Method acting: - acting style in which the "true"( or "real") moment or response is performed. Actors try to feel and emulate the emotions of the character they are playing so that the actors' reactions and the characters' reactions would be as one.

Monologue: - where a character speaks alone; spoken by one person who exposes inner thoughts and provides insights into his or her character. a speech by one actor or performer directly addressing the audience or another character.

Open Call: is similar to a casting call but generally means anyone who fits the requirements for the project such as extras, bit players and even actors can attend regardless if they have agent representation.

Part:- This is a character; the portion of the script intended for a specific character in a television, film or theater project.

Pilot:- A test run of a first episode of a television series idea. A pilot is an idea for a show. Actors are assembled a pilot is shot and then the process of testing and selling the project begin.

Principle: - This is what most actors are striving for, a main character in a project. One with lines, on camera time and better salary. A major part of the film or project.

Producer:- Someone who finds financing for and supervises the making and presentation of a show (play or film or program or similar work)

Prop: - any movable articles or objects used on the set of a play, movie or photography layout. It is separate from scenery and costumes.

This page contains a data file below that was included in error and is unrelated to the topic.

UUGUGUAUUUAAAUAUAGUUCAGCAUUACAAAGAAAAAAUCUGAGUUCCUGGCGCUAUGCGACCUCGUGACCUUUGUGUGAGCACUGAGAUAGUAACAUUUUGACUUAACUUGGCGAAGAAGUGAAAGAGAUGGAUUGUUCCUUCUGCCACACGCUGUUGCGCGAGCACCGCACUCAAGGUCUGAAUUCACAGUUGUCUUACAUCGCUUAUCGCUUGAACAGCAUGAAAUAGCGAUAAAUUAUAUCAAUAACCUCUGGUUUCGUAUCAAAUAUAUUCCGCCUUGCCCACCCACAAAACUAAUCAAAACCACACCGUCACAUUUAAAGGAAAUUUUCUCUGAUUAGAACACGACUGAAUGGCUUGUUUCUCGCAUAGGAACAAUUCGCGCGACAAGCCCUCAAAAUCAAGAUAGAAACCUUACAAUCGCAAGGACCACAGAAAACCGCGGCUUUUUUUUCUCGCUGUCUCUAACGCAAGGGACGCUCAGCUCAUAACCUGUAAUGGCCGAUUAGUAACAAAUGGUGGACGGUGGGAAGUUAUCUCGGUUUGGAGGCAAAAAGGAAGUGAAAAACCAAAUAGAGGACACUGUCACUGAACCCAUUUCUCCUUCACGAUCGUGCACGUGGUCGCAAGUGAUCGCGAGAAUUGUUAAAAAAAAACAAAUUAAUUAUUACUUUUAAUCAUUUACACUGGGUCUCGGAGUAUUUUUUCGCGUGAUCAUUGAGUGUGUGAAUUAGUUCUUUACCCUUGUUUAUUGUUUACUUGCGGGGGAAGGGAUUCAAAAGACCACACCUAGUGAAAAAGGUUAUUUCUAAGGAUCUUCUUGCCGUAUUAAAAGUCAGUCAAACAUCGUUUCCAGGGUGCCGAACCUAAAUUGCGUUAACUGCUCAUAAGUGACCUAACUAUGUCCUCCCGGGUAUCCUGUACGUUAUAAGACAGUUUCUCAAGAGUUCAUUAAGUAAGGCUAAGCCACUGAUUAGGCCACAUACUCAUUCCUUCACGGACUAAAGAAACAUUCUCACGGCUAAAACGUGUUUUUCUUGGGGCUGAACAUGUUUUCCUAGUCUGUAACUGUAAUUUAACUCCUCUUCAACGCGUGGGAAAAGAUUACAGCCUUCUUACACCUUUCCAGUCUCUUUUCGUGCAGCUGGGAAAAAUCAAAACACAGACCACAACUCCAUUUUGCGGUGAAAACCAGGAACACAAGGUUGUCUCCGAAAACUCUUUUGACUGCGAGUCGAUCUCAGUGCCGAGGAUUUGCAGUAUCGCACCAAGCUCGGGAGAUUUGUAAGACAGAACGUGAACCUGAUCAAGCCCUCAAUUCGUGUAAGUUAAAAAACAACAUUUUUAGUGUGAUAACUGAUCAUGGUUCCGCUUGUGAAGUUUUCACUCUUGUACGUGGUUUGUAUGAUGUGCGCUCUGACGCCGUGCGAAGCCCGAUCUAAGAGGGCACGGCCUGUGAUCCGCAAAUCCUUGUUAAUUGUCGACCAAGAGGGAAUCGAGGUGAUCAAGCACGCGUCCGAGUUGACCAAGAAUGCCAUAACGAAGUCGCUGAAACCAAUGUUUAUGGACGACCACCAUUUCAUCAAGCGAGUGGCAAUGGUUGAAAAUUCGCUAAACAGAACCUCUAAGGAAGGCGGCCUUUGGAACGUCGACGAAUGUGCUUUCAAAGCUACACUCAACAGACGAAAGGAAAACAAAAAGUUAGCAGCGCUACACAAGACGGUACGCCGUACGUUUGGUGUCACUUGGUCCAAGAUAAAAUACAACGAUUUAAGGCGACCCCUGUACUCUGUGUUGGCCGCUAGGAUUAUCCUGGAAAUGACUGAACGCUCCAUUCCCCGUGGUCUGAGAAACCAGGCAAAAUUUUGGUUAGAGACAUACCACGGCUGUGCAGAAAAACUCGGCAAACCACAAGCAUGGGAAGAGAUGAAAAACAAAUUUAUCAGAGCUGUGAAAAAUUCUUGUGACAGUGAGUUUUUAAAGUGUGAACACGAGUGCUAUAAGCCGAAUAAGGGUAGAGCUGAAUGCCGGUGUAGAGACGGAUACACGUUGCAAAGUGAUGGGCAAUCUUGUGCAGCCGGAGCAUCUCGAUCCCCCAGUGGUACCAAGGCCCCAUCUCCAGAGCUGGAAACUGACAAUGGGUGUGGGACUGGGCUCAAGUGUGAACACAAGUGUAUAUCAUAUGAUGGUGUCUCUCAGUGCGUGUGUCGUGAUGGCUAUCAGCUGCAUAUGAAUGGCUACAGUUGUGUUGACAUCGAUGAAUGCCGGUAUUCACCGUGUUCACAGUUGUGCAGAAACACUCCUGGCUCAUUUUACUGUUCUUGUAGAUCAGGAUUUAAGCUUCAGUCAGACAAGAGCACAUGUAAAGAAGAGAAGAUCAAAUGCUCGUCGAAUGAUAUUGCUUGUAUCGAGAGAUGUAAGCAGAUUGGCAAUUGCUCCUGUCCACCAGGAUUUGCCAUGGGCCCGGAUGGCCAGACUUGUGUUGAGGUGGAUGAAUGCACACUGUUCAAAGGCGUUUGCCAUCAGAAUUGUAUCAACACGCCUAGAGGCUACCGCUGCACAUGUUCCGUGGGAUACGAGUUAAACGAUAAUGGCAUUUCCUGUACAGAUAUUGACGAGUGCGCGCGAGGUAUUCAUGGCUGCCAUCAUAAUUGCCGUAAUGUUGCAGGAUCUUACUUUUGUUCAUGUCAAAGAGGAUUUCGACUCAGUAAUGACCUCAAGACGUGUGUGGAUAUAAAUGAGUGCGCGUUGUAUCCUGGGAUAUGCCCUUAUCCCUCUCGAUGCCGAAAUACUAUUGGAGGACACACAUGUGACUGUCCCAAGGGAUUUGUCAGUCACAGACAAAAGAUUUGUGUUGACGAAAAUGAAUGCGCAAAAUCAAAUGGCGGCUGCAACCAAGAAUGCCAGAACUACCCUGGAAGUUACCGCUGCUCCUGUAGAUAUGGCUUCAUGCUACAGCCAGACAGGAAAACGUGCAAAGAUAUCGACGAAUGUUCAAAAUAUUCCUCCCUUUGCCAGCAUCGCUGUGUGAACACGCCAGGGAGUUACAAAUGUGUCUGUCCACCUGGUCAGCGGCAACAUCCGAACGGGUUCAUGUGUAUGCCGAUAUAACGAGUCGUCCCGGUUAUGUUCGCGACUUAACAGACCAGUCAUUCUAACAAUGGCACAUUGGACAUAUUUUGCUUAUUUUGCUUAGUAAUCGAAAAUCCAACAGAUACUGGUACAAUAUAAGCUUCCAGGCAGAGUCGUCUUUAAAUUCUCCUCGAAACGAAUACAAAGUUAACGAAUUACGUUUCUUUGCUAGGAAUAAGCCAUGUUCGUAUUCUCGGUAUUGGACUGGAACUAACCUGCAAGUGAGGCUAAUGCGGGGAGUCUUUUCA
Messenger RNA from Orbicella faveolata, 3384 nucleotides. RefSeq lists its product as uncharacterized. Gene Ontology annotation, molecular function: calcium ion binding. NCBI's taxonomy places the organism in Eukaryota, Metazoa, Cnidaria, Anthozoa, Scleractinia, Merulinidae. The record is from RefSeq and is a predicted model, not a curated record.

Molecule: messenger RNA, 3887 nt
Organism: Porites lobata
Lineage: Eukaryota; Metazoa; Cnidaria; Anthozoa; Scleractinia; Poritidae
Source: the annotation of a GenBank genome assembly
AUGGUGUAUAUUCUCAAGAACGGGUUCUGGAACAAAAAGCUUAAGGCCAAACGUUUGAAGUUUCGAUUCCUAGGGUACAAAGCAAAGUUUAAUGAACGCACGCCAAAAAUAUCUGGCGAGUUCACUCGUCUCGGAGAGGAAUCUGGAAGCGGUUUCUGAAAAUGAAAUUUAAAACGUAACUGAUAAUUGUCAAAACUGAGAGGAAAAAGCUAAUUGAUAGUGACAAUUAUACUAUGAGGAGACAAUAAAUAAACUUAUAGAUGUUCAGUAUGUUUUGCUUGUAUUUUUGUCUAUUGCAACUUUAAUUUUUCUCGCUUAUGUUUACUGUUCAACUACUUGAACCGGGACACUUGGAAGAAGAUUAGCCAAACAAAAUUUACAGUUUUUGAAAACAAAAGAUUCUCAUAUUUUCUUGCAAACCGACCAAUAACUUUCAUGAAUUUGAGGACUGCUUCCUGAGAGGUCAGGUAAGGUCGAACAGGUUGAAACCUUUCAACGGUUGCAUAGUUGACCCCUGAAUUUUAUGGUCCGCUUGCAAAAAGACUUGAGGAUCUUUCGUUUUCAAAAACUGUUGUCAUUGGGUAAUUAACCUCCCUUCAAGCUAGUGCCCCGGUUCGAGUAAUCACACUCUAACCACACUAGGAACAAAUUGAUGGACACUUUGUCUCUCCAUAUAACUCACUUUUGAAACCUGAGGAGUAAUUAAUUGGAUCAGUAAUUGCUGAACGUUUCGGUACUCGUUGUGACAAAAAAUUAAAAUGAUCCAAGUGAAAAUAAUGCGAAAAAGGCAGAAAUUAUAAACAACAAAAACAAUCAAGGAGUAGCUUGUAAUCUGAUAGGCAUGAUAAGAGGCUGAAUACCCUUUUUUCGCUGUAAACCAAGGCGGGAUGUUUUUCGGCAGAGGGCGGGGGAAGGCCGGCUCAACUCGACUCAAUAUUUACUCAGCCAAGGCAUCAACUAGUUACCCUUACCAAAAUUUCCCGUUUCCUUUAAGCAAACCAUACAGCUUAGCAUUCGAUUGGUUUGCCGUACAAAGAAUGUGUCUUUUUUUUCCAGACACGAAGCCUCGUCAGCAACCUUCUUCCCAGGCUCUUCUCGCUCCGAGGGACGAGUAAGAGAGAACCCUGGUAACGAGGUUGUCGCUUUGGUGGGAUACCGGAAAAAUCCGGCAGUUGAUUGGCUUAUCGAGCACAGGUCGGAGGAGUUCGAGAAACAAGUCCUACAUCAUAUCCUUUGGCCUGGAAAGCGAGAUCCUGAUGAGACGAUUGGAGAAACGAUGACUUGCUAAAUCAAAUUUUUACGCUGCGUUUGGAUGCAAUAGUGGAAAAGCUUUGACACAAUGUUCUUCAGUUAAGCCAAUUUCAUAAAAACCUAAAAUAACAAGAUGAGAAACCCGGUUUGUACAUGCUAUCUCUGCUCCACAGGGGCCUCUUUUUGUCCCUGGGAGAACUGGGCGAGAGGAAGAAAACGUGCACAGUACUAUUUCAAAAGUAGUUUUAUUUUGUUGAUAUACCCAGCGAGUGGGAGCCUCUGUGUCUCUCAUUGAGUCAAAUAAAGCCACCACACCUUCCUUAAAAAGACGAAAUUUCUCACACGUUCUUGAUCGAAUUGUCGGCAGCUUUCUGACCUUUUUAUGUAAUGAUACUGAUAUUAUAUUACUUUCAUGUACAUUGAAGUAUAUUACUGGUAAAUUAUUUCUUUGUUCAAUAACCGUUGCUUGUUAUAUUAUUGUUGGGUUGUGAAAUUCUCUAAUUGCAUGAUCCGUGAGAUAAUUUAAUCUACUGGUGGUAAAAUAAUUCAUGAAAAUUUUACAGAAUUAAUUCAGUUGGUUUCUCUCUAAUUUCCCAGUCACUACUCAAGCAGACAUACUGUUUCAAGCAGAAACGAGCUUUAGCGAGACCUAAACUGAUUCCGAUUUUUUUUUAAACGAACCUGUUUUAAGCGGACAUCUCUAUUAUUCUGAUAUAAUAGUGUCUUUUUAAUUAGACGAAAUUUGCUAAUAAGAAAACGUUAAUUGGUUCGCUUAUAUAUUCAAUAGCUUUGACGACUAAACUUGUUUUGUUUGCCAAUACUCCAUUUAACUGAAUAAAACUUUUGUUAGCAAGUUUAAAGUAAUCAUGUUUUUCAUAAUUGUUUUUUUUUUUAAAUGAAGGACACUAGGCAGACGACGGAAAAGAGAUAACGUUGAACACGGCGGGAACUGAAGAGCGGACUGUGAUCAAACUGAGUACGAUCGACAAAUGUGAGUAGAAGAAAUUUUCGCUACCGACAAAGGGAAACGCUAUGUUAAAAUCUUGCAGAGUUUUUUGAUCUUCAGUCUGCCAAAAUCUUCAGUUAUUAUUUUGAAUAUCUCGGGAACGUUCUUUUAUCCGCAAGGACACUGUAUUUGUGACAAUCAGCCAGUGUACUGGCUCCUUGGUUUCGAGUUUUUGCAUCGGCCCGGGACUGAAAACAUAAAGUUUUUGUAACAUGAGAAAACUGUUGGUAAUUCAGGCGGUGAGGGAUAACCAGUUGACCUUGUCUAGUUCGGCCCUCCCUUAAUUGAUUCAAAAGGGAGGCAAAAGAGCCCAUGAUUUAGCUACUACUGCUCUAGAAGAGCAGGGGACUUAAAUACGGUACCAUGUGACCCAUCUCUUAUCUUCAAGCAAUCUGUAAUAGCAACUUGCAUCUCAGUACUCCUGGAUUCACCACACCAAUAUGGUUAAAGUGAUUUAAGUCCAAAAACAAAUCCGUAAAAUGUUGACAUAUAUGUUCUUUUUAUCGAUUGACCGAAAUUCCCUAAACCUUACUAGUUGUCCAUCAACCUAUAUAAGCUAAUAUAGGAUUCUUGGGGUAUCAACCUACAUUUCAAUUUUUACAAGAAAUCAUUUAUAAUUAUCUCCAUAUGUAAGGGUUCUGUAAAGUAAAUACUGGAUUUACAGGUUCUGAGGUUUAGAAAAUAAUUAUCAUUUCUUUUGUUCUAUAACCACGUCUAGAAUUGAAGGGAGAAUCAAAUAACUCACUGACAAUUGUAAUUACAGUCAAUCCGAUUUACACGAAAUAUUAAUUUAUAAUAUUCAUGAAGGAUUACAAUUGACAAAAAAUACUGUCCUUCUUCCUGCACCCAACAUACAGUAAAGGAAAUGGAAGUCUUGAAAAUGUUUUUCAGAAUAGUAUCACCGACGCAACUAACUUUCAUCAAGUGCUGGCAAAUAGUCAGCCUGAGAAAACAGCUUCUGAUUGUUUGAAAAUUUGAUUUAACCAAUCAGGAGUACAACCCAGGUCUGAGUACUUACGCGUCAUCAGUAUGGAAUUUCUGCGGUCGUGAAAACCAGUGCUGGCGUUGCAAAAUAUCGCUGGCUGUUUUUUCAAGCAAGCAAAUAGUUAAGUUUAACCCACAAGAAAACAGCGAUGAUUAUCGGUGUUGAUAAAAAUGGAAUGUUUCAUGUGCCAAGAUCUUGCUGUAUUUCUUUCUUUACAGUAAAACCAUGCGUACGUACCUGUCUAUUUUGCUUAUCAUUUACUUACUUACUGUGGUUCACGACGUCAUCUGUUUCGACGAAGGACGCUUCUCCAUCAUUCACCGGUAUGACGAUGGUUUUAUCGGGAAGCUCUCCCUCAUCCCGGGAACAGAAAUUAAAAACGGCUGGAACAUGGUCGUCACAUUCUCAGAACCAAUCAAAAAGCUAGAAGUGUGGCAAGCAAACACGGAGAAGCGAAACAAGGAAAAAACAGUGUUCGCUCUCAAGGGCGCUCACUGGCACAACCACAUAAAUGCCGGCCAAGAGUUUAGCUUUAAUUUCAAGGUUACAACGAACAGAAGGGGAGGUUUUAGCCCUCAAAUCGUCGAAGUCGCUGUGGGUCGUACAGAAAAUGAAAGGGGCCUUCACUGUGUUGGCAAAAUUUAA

Rehearsal:- a practice session in preparation for a performance. In television, film and theater a , rehearsal can involve the director and other actors who are associated with the scenes or segments of a project. who will come ready.

Resume: You need to prepare a written copy of all modeling and acting experience or training you have completed. Keep in to one page. YOur resume outlines all the projects you have been involved in, the roles you played, the companies you have modeled for, the training you have and any skills or talent you have including dance, singing, sports or any talents other talents you think might be worth mentioning.

SAG: - Screen Actors Guild Foundation - Screen Actors Guild is the nation’s premier labor union representing actors. SAG represents nearly 120,000 actors in film, television, industrials, commercials and music videos. The Guild exists to enhance actors’ working conditions, compensation and benefits on behalf of artists. SAG is a affiliate of the AFL-CIO.

Screenwriter:- someone who writes screenplays. This is normally the person who wrote the script for the project you are auditioning for.

Sides: - Pages or scenes from a script, used in auditions or (if on a film set) those scenes being shot that day. Sides can be anywhere in length from a few lines to a number of pages depending on the part that is being casted. You will receive a side from the casting director or agent prior to the audition.

Tear Sheet: - Gather all the tear sheets you can. While you build your resume collect materials to enhance the package/portfolio with ads from publications you have appeared in. This gives the client more visual information about your performance skills.